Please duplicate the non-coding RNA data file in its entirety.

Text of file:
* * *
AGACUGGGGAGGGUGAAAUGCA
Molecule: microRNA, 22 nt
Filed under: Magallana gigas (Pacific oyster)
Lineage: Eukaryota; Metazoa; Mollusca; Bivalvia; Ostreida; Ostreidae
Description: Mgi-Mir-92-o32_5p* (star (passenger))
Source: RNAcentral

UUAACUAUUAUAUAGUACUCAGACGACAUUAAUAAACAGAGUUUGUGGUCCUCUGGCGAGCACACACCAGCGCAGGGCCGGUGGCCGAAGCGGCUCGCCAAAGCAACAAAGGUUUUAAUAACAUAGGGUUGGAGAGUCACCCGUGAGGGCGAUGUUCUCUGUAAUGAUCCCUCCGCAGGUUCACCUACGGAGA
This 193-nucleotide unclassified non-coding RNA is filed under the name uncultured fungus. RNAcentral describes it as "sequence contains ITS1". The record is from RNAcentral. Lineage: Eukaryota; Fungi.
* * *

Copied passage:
AGACUGGGGAGGGUGAAAUGCA
Molecule: microRNA, 22 nt
Filed under: Magallana gigas (Pacific oyster)
Lineage: Eukaryota; Metazoa; Mollusca; Bivalvia; Ostreida; Ostreidae
Description: Mgi-Mir-92-o32_5p* (star (passenger))
Source: RNAcentral

UUAACUAUUAUAUAGUACUCAGACGACAUUAAUAAACAGAGUUUGUGGUCCUCUGGCGAGCACACACCAGCGCAGGGCCGGUGGCCGAAGCGGCUCGCCAAAGCAACAAAGGUUUUAAUAACAUAGGGUUGGAGAGUCACCCGUGAGGGCGAUGUUCUCUGUAAUGAUCCCUCCGCAGGUUCACCUACGGAGA
This 193-nucleotide unclassified non-coding RNA is filed under the name uncultured fungus. RNAcentral describes it as "sequence contains ITS1". The record is from RNAcentral. Lineage: Eukaryota; Fungi.